The value of purchased services, especially professional services from an accountant or attorney, is much more subjective. Nonetheless, you should evaluate and quantify your return on investment to ensure you’re not paying for more service than you need (Table 1).

Track your spending
Your financial reporting system can be your best tool in tracking and benchmarking practice spending on supplies and services. The Medical Group Management Association (MGMA) and the American Association of Orthopaedic Executives (AAOE, formerly BONES) conduct annual surveys that provide useful comparative information. External benchmarks should be used to help identify potential areas for improvement on a macro level, but are not absolute standards. Internal longitudinal benchmarks are generally more suited to micro level evaluations, such as appropriate staffing or supply usage in a department.

Many commercial computerized accounting programs allow you to customize the chart of accounts (COA). The MGMA’s Chart of Accounts for Health Care Organizations can be used as the basis for your own COA, and you can establish subaccounts to track expenses at a more detailed level (Table 2) than possible just using the MGMA COA. There are generally two common ways to accomplish this task. One is to use subaccounts.

Classifications can often be used in addition to, or instead of, subaccounts. Classifications are generally used to identify cost centers and are especially useful for tracking ancillary service revenue and expense without creating an enormous COA. Common classifications in orthopaedics clinics include magnetic resonance imaging, physical therapy, rheumatology, and physical medicine and rehabilitation. By adding a classification to expenses, you can identify a single account as well as run reports to track spending by a particular cost center.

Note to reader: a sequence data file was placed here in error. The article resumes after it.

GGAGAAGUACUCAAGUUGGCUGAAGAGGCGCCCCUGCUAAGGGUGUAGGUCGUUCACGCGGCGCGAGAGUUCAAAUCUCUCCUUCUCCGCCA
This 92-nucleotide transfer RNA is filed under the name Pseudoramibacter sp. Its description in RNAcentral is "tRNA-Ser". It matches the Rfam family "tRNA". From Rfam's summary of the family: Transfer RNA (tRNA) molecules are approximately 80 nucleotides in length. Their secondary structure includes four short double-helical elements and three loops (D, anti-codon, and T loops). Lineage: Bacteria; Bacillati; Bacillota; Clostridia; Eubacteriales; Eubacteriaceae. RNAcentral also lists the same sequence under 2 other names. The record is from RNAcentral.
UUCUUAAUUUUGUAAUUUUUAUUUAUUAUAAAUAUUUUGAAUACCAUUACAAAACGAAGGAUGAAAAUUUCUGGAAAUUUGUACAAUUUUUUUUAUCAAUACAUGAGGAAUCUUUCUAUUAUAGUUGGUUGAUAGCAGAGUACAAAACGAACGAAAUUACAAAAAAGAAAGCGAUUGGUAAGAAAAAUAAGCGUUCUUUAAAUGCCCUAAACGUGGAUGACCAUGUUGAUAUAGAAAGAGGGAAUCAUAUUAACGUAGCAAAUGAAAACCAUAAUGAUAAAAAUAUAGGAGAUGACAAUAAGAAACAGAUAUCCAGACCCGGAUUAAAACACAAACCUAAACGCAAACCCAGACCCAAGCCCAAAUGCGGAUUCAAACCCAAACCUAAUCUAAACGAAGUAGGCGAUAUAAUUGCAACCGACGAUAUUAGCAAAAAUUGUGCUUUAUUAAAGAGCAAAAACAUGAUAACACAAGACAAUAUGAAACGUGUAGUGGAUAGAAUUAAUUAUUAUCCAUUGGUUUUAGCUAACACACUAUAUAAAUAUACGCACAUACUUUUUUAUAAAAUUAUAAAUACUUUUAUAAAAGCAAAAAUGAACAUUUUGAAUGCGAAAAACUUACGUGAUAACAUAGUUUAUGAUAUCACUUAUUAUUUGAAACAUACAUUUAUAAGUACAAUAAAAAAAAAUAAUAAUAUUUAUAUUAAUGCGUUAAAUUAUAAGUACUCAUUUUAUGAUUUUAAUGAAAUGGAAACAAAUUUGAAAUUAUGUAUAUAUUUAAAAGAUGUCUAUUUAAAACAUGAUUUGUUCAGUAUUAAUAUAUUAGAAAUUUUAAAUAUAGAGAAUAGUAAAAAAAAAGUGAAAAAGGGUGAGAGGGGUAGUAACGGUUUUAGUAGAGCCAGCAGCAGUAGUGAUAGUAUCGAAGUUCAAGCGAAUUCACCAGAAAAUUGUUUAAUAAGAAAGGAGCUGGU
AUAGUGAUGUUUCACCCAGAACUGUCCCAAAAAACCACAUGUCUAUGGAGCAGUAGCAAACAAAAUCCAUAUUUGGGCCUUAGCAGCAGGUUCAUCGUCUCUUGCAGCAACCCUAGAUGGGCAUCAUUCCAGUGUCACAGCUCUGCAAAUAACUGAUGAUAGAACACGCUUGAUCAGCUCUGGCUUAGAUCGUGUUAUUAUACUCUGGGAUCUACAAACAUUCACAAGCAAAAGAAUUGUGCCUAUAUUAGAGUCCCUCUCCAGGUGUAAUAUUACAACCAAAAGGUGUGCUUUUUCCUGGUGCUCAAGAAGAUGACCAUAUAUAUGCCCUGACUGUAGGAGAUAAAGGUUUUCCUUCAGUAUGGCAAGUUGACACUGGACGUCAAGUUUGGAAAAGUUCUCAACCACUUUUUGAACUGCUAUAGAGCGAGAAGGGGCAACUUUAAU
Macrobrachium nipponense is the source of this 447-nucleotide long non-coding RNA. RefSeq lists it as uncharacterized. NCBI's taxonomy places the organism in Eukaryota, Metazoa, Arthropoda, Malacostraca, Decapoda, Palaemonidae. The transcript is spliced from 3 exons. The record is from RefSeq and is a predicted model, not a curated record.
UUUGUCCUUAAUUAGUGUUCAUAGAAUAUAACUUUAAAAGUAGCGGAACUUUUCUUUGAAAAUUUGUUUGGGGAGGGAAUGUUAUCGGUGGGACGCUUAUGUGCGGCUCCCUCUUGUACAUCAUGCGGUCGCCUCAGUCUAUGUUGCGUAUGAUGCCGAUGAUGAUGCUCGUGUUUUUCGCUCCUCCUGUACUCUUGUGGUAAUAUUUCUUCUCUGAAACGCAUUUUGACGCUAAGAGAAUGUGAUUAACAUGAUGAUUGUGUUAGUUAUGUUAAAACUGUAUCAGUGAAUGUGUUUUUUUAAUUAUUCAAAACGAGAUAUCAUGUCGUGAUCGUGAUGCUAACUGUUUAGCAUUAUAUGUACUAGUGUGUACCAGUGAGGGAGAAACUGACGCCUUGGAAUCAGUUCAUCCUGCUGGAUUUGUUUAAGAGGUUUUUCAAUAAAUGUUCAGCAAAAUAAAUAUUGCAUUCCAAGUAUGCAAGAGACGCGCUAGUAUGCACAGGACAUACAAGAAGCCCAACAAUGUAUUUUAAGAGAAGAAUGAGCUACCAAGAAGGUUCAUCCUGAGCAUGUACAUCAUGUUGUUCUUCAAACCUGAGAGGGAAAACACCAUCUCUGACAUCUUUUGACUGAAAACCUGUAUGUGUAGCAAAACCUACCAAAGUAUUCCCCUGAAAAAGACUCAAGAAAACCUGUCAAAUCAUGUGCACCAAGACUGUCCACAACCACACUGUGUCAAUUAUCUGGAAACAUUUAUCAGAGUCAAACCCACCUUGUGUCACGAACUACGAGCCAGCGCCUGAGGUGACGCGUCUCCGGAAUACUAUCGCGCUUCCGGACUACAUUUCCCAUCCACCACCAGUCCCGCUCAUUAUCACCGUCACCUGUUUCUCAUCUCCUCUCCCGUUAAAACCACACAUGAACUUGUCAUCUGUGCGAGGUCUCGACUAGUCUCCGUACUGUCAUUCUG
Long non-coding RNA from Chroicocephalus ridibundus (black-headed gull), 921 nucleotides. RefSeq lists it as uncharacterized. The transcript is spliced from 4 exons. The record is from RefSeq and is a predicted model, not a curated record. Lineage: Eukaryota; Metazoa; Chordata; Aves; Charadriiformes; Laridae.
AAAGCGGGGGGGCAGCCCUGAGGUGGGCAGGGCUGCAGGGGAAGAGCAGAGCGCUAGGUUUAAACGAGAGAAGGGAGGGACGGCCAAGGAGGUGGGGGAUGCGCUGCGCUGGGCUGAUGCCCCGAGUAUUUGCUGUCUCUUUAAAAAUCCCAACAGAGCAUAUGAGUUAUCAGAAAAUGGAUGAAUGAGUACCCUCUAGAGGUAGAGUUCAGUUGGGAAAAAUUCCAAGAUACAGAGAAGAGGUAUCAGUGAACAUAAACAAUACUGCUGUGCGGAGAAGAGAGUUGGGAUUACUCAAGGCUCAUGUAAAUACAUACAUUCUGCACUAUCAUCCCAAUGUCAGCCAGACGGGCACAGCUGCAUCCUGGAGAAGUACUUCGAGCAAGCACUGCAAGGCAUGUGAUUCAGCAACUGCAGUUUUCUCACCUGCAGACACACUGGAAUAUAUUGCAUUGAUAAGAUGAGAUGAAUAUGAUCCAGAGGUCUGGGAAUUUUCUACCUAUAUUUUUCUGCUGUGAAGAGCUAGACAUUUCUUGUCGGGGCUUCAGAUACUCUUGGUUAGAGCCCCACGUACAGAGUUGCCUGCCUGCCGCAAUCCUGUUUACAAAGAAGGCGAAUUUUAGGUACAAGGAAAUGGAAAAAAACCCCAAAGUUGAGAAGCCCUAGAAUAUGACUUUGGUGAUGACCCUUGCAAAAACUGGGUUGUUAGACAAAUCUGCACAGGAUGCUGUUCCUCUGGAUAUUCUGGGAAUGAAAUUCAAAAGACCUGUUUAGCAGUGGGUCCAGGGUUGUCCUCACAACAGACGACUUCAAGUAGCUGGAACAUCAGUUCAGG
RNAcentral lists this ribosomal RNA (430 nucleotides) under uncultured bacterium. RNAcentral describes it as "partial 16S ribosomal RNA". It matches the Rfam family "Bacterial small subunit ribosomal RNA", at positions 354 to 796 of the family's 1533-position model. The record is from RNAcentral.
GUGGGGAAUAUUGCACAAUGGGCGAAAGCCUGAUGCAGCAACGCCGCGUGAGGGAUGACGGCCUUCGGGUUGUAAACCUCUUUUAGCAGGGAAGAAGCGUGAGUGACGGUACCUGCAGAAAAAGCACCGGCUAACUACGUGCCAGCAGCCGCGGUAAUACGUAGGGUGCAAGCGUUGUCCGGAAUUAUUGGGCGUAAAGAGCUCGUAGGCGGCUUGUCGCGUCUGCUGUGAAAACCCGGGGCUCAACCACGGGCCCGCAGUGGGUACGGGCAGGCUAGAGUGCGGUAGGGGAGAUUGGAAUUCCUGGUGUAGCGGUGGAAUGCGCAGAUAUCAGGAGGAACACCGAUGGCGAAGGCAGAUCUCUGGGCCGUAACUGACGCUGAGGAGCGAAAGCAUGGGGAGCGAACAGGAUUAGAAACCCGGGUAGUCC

Ideally, your COA and classifications should allow you to track and evaluate revenues and expenses easily, but should not be so detailed or cumbersome that the information is overwhelming.

Don’t lose sight of the big picture
Keep in mind that medical practices are a service industry. The biggest costs are people-related: physicians, midlevel providers, and staff. If you can increase efficiency without decreasing perceived service or increasing total cost, the practice benefits.

Too often, however, practices often “save” costs at the expense of efficiency. For example, because high-speed, high-volume printers generally have a lower cost per page, and one large copier is often less expensive to purchase or lease than two midsized copiers, many practices centralize copy functions. But these “savings” may be offset by staff time lost to walk to, wait for, and visit by a centralized printer and by intangibles such as patient perceptions of decreased service due to longer waits or staff unavailability.

Evaluate the benefits of decentralized technology. Productivity increases and a reduction in full-time employees may offset the additional expense. Opting for a lower-priced computer, for example, is no bargain if work output is compromised because the processor cannot keep up with demand.

As a long-term strategy, managing overhead requires analyzing data to make the most appropriate decision for a given situation. Although each piece of the puzzle should be examined individually, it is important to keep the big picture in mind. Increased expenses in one area might lead to greater savings in another area or to increases in revenue that exceed the expense incurred.

Cutting overhead is an end-game strategy that can only be applied when the practice is winding down. Managing overhead is a long-term strategy that helps ensure future viability.

Dale A. Reigle is chief executive officer of Rocky Mountain Orthopaedic Associates and past president of the American Association of Orthopaedic Executives. He can be reached at dreigle@rmodocs.com

Editor’s note: This is the second of two articles examining ways that practices can manage overhead costs. The first article “Don’t simply reduce overhead…manage it!” appeared in the October 2009 issue of AAOS Now and focused on managing support staff costs and compensation. This article provides tips for controlling other overhead costs.